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IV

To Each one his Work

‘As a man sojourning in another country, having given authority to his servants, to each one his work, commanded the porter also to watch.’—Mark 13:34


What I have said in a previous chapter of the failure of the Church to do her Master’s work, or even clearly to insist upon the duty of its being done by every member has often led me to ask the question, What must be done to arouse the Church to a right sense of her calling? This little book is an attempt to give the answer. Working for God must take a very different and much more definite place in our teaching and training of Christ’s disciples than it has done.

In studying the question I have been very much helped by the life and writings of a great educationist. The opening sentence of the preface to his biography tells us: ‘Edward Thring was unquestionably the most original and striking figure in the schoolmaster world of his time in England.’ He 27 himself attributes his own power and success to the prominence he gave to a few simple principles, and the faithfulness with which he carried them out at any sacrifice. I have found them as suggestive in regard to the work of preaching as of teaching, and to state them will help to make plain some of the chief lessons this book is meant to teach.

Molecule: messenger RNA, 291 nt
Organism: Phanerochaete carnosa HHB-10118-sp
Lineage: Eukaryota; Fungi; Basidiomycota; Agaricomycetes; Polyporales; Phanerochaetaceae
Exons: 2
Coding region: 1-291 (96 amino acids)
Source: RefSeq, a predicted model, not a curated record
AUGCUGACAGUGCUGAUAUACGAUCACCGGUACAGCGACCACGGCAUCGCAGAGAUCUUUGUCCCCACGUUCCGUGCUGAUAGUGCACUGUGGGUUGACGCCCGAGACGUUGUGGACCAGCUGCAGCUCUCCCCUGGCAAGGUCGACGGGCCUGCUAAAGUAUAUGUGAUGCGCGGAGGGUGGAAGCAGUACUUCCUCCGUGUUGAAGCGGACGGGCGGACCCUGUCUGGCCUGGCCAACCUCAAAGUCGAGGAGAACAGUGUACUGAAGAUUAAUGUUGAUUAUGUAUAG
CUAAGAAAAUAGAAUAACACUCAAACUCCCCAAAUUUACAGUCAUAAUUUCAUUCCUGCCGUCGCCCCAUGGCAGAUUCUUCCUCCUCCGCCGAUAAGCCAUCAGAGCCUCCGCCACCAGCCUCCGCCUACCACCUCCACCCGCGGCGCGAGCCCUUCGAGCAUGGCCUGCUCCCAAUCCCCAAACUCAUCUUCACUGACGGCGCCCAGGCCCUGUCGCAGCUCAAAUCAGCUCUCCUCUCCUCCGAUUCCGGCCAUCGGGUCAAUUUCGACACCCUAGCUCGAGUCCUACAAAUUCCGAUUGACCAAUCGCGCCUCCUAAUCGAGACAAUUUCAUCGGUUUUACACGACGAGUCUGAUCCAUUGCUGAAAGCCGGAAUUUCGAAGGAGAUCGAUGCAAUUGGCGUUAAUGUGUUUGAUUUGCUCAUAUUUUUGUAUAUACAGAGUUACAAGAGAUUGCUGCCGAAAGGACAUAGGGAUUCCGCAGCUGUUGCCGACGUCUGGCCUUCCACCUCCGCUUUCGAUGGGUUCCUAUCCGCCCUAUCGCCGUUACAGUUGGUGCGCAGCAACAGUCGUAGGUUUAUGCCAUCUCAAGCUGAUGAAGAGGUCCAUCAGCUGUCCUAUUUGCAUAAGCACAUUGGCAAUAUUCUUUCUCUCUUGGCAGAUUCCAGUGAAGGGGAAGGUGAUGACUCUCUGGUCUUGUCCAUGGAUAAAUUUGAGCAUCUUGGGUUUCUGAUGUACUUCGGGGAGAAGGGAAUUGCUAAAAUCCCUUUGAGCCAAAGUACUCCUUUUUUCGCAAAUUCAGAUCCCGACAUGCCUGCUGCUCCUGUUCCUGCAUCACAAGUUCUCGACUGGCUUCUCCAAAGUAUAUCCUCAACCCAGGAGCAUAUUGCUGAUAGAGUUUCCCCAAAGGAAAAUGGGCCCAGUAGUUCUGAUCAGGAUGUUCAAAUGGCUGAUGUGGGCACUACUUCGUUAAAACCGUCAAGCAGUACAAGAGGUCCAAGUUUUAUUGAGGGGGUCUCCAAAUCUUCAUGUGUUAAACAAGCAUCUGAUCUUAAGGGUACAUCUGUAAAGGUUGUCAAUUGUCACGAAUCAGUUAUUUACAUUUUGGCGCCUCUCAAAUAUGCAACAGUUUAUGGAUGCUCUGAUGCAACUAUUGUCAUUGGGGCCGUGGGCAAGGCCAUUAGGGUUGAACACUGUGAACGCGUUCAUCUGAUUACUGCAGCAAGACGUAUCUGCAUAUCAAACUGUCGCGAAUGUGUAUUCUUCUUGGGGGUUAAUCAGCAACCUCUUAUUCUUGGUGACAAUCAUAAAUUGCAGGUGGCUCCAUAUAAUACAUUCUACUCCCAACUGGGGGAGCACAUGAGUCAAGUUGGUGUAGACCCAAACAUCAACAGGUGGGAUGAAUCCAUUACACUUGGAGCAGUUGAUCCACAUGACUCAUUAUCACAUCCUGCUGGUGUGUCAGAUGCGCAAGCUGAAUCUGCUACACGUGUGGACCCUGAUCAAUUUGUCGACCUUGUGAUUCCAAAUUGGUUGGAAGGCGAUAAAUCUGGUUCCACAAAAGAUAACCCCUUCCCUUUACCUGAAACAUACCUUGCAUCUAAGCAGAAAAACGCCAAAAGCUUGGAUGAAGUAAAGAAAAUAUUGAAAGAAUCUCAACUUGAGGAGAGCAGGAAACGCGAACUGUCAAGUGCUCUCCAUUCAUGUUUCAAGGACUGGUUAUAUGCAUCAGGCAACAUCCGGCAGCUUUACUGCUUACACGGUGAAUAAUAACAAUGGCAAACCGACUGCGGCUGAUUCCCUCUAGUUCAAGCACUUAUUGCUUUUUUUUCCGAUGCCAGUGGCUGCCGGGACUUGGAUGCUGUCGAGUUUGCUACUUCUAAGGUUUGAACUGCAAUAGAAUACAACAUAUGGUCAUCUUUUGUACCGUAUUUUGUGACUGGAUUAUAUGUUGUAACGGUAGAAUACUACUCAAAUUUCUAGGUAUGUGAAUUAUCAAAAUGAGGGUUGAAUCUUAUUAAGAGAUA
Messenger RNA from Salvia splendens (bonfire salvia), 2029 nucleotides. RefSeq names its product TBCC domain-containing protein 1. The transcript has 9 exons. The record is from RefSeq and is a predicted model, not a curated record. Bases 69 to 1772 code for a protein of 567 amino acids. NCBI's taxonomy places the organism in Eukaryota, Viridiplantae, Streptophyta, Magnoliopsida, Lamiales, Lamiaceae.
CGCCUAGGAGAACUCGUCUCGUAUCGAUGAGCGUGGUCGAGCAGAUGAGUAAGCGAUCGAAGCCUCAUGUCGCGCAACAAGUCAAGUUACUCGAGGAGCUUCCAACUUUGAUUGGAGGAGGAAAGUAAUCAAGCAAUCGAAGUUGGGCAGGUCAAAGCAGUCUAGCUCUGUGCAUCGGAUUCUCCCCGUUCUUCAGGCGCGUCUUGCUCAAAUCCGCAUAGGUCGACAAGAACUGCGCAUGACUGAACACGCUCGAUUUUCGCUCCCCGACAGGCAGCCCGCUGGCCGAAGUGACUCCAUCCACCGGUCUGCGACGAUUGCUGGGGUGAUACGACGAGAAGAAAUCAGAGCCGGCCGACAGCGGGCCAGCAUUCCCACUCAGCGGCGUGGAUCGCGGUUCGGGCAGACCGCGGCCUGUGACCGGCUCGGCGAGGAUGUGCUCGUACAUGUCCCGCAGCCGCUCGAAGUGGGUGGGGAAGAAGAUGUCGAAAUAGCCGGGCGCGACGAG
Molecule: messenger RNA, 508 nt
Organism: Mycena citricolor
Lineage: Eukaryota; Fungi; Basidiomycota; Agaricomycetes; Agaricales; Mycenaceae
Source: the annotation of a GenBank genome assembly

The root-principle that distinguished his teaching from what was current at the time was this: Every boy in school, the dullest, must have the same attention as the cleverest. At Eton, where he had been educated, and had come out First, he had seen the evil of the opposite system. The school kept up its name by training a number of men for the highest prizes, while the majority were neglected. He maintained that this was dishonest: there could be no truth in a school which did not care for all alike. Every boy had some gift; every boy needed special attention; every boy could, with care and patience, be fitted to know and fulfil his mission in life.

Apply this to the Church. Every believer, the feeblest as much as the strongest, has the calling to live and work for the kingdom of his Lord. Every believer has equally a claim on the grace and power of the Holy Spirit, according to his gifts, to 28 fit him for his work. And every believer has a right to be taught and helped by the Church for the service our Lord expects of him. It is when this truth, every believer the feeblest, to be trained as a worker for God, gets its true place, that there can be any thought of the Church fulfilling its mission. Not one can be missed, because the Master gave to every one his work.

Another of Thring’s principles was this: It is a law of nature that work is pleasure. See to make it voluntary and not compulsory. Do not lead the boys blindfold. Show them why they have to work, what its value will be, what interest can be awakened in it, what pleasure may be found in it. A little time stolen, as he says, for that purpose, from the ordinary teaching, will be more than compensated for by the spirit which will be thrown into the work.